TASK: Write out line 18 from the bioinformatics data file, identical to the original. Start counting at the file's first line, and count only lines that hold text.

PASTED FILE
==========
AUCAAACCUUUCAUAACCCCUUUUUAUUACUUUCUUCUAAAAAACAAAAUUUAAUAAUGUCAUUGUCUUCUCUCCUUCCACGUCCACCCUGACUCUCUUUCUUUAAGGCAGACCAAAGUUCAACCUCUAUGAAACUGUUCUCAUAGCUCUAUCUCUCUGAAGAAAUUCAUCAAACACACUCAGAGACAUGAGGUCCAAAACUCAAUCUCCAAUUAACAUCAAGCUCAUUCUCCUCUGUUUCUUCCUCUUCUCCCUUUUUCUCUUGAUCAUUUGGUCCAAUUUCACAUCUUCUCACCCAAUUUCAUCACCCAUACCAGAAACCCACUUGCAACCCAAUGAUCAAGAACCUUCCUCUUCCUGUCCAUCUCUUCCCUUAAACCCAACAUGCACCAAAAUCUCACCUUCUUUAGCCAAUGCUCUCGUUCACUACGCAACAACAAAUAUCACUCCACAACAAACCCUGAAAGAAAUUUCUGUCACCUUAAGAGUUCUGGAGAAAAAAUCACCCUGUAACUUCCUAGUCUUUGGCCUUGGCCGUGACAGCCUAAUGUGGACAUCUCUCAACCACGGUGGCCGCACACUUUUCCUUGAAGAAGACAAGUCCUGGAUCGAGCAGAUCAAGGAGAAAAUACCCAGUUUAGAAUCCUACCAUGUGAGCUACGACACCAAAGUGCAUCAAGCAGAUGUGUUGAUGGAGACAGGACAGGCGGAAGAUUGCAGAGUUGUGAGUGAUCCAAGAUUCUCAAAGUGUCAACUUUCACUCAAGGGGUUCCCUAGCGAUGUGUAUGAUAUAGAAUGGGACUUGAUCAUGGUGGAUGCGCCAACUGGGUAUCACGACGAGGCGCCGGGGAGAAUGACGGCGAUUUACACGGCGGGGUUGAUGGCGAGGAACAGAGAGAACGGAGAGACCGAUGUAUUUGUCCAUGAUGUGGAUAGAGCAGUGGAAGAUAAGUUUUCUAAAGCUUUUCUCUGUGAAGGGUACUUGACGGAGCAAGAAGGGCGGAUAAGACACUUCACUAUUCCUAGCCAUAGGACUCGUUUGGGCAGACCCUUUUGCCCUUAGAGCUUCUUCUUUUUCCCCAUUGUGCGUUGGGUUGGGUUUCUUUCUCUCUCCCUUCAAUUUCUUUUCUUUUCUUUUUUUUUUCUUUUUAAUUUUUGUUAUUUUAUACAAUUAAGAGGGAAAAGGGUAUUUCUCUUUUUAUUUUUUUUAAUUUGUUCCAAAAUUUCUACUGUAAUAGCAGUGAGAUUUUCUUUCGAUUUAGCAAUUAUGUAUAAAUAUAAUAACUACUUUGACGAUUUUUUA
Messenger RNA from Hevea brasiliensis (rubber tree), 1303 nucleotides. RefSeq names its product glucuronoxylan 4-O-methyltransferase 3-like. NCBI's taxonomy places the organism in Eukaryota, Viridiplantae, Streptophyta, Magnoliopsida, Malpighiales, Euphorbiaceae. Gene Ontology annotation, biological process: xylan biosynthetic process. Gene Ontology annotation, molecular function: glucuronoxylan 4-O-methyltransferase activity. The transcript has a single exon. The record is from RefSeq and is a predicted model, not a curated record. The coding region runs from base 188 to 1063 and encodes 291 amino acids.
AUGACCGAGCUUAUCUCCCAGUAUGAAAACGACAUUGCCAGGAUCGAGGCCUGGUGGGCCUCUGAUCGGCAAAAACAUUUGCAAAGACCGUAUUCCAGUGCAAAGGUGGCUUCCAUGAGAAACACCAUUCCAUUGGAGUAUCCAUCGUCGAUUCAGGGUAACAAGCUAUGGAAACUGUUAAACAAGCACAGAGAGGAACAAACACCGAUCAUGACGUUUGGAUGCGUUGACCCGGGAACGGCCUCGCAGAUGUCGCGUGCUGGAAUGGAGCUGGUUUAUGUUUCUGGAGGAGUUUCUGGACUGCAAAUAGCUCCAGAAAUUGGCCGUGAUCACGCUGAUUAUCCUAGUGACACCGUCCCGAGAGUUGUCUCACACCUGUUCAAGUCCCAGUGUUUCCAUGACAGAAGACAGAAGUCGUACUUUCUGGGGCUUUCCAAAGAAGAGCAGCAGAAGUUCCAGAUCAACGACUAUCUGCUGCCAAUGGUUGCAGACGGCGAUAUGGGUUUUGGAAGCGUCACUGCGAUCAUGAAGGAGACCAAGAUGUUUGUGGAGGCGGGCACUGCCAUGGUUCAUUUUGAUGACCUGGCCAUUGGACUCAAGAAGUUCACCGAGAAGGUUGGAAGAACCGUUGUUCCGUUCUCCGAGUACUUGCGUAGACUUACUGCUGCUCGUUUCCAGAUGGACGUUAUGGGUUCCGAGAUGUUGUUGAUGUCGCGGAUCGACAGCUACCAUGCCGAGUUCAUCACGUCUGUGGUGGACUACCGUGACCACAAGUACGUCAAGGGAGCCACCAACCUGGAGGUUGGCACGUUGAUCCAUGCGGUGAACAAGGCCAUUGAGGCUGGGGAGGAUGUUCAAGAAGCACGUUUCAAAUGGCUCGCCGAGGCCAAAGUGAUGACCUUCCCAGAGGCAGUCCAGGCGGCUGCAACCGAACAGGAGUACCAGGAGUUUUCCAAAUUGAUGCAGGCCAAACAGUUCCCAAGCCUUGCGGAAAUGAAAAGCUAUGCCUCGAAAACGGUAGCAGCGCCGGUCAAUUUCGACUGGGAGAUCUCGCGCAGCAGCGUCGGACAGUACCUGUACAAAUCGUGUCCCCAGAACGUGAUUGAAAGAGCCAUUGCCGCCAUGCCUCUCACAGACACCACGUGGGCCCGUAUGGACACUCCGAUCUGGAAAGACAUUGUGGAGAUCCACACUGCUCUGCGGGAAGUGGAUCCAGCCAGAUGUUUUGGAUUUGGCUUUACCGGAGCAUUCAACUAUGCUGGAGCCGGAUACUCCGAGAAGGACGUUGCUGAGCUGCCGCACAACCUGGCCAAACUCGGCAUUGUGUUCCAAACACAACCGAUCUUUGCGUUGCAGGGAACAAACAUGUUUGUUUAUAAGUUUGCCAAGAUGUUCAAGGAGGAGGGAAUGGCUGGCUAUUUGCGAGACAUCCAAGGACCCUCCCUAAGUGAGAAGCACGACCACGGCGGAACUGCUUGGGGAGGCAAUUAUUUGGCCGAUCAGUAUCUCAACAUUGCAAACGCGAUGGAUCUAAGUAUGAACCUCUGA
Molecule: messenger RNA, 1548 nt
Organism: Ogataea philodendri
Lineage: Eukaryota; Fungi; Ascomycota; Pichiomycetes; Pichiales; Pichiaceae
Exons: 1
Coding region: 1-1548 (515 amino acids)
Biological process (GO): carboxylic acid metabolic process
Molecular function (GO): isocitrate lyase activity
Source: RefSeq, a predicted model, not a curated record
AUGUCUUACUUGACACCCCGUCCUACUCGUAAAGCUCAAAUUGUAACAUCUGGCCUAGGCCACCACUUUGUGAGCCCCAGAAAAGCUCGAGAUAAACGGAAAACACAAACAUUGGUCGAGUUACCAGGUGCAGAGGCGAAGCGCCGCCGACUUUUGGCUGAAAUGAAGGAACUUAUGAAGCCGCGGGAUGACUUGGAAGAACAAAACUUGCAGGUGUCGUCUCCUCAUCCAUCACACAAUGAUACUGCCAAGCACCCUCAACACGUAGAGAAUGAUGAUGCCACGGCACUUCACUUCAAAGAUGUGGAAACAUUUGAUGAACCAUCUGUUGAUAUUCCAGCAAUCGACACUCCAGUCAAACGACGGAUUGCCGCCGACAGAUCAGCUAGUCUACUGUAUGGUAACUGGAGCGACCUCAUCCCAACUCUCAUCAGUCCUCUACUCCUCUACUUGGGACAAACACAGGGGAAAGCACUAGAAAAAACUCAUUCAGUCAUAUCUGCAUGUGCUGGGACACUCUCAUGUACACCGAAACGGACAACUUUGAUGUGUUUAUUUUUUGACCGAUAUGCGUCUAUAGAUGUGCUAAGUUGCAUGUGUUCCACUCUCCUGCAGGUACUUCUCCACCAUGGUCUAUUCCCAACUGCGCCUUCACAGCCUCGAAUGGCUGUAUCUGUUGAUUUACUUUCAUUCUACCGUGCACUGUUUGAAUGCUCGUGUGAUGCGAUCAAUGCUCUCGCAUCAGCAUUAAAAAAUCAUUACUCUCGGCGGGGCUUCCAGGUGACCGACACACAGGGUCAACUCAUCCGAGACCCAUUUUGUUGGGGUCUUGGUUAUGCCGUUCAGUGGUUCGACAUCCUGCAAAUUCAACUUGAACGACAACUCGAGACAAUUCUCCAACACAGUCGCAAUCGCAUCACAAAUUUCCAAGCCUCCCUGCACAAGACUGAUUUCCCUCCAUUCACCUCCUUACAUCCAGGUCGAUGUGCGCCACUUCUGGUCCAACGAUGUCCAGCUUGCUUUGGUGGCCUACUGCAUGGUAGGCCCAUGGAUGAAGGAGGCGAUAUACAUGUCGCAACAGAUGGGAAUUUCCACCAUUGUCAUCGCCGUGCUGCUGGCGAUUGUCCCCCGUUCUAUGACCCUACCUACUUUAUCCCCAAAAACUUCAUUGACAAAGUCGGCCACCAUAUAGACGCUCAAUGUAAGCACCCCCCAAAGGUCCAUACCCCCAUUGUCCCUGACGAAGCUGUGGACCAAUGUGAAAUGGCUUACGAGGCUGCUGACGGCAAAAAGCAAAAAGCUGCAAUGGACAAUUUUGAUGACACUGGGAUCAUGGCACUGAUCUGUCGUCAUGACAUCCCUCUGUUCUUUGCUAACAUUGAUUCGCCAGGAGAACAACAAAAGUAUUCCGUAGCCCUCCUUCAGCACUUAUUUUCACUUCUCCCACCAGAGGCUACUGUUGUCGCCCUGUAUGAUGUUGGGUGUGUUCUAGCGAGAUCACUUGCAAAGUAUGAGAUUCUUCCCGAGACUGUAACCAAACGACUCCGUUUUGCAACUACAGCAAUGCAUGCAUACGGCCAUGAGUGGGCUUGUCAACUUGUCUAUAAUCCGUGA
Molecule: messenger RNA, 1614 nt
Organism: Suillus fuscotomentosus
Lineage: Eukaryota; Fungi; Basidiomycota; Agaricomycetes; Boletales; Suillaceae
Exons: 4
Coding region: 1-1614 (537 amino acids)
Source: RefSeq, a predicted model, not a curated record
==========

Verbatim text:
Source: RefSeq, a predicted model, not a curated record